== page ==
US Federal investigators looking into allegations of doping on the former US Postal Service team are said to be looking into whether the owners of Tailwind Sports, which owned the team, were aware of any doping.
The Wall Street Journal looked at the background of Tailwind and its participants. The moving force was Thomas Weisel, a former amateur cycling champion and investment banker. He set up Montgomery Sports in 1989, which put together the original USPS team in 1995. In 1999, he set up Tailwind with five other investors for about 2.5 million dollars.
The company never made a profit, however, losing between $200,000 and a million dollars a year, the WSJ said.
The doping allegations started almost immediately. At the 1999 Tour de France, Lance Armstrong tested positive for a corticosteroid, which he claimed was from a cream used for a saddle sore. The next year, French tv reporters found suspicious items in trash dumped by the team. The UCI cleared Armstrong and neither case resulted in any action.
However, it was enough to make sponsor US Postal Service nervous. Gail Sonnenberg, who was then senior vice president of sales, said that some USPS board members wanted to drop their sponsorship, but that Tailwind managers assured them there was no doping on the team, and that the French media was out to get Armstrong.
Weisel's attorney said his client would not respond to the WSJ story saying the questions they asked contained “statements or assertions” that are “factually inaccurate.”
The Tailwind owners were equally involved in squelching criticism from outside sources. When Greg Lemond publicly criticised Armstrong's involvement with trainer Dr. Michele Ferrari, he soon heard from Weisel. Lemond said he found Weisel's comments to be a threat. Days later, another Tailwind partner, Terry Lee, asked him to stop criticising Armstrong.
The Tailwind partners were also involved in the Floyd Fairness Fund, set up to finance Floyd Landis' defence after he tested positive for testosterone during the Tour de France 2006.
Landis claimed that he spent about $2 million dollars defending himself, with about 70 per cent of the funding coming from the Tailwind backers, including Weisel, John Bucksbaum, David Williams and Richard Cashin Jr.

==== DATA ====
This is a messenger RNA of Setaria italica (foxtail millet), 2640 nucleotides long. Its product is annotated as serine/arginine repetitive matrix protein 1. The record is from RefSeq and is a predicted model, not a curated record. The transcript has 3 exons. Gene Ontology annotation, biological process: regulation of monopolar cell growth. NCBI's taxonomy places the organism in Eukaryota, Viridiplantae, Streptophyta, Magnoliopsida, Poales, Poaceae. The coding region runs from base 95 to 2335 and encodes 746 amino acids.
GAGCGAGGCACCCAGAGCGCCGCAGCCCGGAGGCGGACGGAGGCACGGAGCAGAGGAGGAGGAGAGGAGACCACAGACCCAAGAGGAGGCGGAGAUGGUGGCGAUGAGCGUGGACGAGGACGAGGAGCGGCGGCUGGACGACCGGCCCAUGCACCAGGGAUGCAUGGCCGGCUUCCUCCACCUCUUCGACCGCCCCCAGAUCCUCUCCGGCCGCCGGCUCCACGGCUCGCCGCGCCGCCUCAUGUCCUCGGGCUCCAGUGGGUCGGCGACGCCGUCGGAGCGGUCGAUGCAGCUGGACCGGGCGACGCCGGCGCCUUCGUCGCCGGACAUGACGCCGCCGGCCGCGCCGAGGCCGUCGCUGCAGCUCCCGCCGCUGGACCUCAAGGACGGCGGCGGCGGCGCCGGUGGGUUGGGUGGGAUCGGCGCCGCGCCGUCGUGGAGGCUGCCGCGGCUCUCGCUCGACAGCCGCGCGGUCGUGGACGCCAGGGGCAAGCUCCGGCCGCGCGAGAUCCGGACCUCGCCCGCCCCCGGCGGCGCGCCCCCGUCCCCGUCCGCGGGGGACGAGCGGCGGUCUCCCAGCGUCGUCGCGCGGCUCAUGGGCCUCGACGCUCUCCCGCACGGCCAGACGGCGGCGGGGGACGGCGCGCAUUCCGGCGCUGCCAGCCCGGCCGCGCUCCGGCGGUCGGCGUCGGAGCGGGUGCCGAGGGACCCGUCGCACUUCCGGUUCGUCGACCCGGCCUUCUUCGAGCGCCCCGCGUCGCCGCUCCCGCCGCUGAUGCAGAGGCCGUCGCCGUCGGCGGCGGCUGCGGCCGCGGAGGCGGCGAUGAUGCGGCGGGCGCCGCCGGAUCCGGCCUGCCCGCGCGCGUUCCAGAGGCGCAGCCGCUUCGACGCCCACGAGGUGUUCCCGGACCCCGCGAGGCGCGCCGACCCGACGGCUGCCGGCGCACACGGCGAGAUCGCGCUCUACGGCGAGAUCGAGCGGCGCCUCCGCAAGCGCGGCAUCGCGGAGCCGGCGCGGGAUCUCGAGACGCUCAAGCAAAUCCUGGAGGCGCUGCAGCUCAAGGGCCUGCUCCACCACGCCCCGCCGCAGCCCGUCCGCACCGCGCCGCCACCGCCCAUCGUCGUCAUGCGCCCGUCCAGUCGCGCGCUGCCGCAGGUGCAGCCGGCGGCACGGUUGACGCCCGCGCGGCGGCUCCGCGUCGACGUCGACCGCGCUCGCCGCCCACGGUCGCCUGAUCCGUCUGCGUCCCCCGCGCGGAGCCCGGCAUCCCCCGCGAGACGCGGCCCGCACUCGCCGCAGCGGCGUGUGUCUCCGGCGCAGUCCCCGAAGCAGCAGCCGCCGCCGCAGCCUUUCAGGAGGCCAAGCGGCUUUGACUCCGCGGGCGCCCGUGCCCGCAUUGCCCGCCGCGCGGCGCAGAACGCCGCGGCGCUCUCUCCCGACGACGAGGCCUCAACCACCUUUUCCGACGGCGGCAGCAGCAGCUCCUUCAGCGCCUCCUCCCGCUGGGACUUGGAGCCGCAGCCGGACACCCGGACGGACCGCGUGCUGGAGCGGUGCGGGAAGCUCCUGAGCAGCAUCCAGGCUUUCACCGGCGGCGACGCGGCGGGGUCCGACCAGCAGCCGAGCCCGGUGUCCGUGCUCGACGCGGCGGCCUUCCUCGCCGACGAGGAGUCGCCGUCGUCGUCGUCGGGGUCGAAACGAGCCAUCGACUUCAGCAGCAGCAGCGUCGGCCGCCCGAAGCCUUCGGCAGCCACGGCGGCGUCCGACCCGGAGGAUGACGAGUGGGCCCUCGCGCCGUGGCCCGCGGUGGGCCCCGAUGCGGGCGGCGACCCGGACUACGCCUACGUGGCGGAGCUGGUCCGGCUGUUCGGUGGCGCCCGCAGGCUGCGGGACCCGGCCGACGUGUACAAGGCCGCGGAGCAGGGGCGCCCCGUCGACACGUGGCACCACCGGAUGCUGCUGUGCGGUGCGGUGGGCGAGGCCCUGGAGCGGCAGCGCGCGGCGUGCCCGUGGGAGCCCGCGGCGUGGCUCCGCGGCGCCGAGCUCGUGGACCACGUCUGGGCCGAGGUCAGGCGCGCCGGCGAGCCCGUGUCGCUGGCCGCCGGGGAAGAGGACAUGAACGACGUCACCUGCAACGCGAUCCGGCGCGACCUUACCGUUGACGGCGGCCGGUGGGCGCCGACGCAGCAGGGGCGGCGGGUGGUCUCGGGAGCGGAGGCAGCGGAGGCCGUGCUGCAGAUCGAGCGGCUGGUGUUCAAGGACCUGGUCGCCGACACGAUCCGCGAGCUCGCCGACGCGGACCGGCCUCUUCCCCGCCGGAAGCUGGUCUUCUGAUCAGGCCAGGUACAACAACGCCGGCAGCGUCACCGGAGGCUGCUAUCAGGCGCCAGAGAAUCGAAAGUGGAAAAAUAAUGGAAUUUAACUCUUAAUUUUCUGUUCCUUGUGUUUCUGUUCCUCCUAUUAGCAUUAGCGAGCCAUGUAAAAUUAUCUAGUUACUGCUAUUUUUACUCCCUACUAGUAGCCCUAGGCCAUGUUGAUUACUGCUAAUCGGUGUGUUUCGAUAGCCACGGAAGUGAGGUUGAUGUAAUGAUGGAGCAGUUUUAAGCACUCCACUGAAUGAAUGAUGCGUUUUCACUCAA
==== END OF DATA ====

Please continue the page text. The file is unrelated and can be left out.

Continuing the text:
James Cox Kennedy, of Cox Enterprises, was not part of Tailwind, but sponsored a fundraiser for the FFF and made a donation. He was one of many who thought Landis was telling the truth about not doping. “I believed him when he said he was innocent and then was highly disappointed when he later said he lied and cheated.”
Landis claimed that in the summer of 2008, he was doubtful of his chances of appealing his suspension. He discussed a plan with Williams, of Williams Trading LLC, to post a confessional video on YouTube, but the plan was dropped.
Williams later paid $200,000 to sponsor Landis' new team when he returned to racing in 2009. He was also an enthusiastic supporter of the Lance Armstrong's Foundation, pledging a million dollars to it. However, a dispute over the use of the foundation logo and discussion of a return of his donations, which did not happen, soured the relationship.
When Landis first considered his public confession, he discussed it with Williams, who encouraged him. Landis later cited Williams' support as one of his main grounds for going public.
Landis didn't stop there, but also filed a suit in US federal court under the False Claims Act. Weisel, Tailwind and Armstrong are among those named in the suit, which alleges that the US government through the US Postal Service was defrauded. If the charges are upheld, Landis could be entitled to a portion of any monetary damages awarded.
Thank you for signing up to Cycling News. You will receive a verification email shortly.
There was a problem. Please refresh the page and try again.